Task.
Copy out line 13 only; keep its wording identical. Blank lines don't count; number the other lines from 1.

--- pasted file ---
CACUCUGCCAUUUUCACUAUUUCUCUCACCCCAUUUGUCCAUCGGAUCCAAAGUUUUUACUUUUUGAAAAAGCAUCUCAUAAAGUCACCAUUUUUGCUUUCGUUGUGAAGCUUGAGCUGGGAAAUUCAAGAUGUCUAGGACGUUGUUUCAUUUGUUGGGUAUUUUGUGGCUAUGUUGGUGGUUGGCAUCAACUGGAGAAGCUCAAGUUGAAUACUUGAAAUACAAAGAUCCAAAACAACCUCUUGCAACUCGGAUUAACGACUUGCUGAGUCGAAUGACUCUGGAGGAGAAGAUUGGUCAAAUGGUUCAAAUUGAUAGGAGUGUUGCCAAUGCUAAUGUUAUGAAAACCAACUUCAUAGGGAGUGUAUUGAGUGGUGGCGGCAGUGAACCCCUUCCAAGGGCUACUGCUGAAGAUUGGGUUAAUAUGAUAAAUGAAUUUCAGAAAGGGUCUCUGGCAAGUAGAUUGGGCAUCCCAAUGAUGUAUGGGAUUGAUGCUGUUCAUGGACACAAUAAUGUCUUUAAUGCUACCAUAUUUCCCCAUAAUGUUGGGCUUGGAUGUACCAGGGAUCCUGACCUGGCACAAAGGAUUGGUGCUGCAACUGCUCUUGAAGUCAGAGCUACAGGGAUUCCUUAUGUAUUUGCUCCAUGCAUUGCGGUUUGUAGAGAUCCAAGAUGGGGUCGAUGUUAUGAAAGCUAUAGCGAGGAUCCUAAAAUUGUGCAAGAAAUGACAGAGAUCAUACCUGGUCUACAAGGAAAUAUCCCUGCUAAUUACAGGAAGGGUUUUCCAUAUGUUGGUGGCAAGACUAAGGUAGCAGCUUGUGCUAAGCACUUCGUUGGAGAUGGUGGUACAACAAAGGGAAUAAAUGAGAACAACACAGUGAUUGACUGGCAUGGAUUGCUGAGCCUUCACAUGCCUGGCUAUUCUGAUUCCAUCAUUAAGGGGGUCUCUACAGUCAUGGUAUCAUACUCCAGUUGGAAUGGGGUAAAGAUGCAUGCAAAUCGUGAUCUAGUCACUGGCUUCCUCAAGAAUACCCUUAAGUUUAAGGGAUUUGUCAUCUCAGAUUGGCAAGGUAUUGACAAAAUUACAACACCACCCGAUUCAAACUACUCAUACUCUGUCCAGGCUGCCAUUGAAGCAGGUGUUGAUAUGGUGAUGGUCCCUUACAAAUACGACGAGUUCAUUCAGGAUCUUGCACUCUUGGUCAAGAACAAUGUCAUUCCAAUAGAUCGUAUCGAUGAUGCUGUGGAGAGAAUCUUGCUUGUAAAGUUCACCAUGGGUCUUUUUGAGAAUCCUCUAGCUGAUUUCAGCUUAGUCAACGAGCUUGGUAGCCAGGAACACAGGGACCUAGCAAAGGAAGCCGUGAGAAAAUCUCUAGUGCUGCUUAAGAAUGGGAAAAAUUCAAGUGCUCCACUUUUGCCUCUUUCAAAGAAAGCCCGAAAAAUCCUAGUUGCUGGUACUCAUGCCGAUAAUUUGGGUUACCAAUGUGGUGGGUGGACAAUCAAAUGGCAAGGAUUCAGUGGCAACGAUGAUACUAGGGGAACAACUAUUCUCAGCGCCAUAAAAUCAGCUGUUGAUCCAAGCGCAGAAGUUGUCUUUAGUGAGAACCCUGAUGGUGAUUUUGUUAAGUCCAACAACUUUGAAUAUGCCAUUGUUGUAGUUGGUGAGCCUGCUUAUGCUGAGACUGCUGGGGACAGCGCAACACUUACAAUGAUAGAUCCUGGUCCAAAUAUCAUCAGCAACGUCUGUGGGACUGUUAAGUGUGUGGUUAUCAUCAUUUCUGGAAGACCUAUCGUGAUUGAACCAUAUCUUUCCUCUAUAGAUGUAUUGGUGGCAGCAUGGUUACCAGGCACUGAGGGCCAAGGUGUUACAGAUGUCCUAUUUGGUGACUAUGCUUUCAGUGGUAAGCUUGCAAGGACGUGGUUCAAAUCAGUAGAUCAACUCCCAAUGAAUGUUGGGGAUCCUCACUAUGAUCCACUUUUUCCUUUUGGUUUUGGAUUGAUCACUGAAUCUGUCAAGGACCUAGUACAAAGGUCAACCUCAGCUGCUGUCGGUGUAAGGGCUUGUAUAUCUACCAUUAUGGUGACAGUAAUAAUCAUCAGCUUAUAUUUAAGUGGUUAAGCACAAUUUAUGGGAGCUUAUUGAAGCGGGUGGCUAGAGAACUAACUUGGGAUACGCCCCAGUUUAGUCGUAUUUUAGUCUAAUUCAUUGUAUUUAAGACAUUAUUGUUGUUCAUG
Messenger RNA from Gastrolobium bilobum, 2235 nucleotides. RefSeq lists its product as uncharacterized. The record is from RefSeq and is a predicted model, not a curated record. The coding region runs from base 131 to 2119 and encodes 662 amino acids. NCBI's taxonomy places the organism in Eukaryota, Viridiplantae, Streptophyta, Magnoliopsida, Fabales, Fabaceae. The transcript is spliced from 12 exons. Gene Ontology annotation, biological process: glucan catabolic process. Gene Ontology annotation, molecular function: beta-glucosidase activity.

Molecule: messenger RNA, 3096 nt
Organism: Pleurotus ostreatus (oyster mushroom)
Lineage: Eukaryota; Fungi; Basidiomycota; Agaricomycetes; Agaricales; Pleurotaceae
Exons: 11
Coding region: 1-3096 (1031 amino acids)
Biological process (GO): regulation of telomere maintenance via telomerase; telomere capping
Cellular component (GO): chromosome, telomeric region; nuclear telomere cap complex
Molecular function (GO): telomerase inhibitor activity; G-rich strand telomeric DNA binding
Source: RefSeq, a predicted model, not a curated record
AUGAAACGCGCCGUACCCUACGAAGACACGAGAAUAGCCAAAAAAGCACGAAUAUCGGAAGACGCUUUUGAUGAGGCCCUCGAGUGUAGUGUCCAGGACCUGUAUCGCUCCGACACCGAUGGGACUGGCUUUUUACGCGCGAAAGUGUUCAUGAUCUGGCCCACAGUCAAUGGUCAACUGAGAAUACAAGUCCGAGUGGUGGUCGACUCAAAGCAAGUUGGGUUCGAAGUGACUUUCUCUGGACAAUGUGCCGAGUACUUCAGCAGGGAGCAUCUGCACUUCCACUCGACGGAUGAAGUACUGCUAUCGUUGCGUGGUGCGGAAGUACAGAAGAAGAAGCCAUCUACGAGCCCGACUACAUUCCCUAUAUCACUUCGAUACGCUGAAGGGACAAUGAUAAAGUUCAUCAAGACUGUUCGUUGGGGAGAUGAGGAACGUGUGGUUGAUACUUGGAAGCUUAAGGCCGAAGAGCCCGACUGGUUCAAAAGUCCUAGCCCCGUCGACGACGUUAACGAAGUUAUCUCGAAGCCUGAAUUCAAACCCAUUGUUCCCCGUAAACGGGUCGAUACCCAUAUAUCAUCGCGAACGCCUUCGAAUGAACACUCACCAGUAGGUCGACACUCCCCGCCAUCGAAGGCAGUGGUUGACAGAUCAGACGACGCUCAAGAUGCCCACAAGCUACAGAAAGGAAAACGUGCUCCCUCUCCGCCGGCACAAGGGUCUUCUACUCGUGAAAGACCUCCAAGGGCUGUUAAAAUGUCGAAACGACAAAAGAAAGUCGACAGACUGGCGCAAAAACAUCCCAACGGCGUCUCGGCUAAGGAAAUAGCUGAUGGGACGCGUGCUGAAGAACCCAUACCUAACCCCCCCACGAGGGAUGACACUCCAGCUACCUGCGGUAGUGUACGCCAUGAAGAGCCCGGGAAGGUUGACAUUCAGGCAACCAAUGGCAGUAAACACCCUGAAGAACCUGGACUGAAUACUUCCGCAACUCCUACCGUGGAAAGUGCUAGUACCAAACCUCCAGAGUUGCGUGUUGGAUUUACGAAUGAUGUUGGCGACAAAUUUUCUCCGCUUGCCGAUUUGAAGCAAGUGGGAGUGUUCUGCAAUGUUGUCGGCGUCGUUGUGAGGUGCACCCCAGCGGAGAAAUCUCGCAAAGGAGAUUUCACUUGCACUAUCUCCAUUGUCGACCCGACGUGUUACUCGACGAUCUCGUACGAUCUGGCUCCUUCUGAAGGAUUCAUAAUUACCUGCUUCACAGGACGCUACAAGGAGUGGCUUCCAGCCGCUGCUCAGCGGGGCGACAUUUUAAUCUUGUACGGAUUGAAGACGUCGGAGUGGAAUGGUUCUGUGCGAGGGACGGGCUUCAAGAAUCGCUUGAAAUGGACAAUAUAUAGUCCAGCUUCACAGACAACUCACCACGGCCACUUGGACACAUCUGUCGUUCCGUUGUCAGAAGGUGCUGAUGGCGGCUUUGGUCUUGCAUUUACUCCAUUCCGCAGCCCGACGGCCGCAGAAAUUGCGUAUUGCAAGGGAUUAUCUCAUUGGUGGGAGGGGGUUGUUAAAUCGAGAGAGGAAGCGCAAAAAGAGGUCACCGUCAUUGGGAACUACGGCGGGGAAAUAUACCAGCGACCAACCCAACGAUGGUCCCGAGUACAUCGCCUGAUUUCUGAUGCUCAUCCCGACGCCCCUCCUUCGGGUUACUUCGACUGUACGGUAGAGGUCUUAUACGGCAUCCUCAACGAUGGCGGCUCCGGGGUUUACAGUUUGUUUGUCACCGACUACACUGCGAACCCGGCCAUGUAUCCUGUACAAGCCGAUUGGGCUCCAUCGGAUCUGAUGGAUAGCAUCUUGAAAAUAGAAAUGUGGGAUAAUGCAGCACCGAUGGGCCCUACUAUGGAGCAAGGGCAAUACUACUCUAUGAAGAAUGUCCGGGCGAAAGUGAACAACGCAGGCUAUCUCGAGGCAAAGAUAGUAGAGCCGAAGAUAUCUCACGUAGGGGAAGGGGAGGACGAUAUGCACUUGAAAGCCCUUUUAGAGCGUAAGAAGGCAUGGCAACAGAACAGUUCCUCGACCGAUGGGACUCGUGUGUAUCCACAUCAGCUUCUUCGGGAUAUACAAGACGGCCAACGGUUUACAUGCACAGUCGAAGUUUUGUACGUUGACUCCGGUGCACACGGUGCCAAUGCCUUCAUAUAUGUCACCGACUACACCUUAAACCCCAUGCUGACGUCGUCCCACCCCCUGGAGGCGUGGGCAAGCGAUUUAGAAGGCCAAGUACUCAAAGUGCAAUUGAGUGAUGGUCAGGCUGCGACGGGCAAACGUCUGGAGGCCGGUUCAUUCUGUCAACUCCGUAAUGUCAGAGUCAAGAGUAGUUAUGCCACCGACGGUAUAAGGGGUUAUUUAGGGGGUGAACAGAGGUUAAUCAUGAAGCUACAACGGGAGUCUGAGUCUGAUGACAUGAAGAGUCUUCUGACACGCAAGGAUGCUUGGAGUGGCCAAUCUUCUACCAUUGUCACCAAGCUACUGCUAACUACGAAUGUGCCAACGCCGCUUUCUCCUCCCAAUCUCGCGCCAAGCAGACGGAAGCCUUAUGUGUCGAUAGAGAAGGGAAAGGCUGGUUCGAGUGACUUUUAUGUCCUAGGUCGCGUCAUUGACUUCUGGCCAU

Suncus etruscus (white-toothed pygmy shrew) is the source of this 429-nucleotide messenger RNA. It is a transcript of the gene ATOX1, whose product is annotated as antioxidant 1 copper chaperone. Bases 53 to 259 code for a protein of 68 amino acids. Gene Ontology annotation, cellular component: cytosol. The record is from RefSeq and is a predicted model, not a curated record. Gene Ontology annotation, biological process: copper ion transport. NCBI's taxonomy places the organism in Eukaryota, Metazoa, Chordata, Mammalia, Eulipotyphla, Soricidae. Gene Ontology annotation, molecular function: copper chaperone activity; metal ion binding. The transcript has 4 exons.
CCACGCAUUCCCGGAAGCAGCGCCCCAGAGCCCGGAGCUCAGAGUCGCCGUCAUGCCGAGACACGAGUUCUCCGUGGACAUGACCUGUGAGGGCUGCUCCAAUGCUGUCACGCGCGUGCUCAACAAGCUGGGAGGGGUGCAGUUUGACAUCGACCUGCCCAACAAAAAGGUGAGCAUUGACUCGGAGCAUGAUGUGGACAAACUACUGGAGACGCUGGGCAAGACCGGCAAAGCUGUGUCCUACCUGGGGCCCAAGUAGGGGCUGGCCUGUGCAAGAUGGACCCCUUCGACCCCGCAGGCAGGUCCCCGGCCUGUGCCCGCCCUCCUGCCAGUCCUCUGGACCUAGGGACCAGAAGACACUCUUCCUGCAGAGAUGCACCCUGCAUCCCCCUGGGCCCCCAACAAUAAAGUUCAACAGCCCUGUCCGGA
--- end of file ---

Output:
Suncus etruscus (white-toothed pygmy shrew) is the source of this 429-nucleotide messenger RNA. It is a transcript of the gene ATOX1, whose product is annotated as antioxidant 1 copper chaperone. Bases 53 to 259 code for a protein of 68 amino acids. Gene Ontology annotation, cellular component: cytosol. The record is from RefSeq and is a predicted model, not a curated record. Gene Ontology annotation, biological process: copper ion transport. NCBI's taxonomy places the organism in Eukaryota, Metazoa, Chordata, Mammalia, Eulipotyphla, Soricidae. Gene Ontology annotation, molecular function: copper chaperone activity; metal ion binding. The transcript has 4 exons.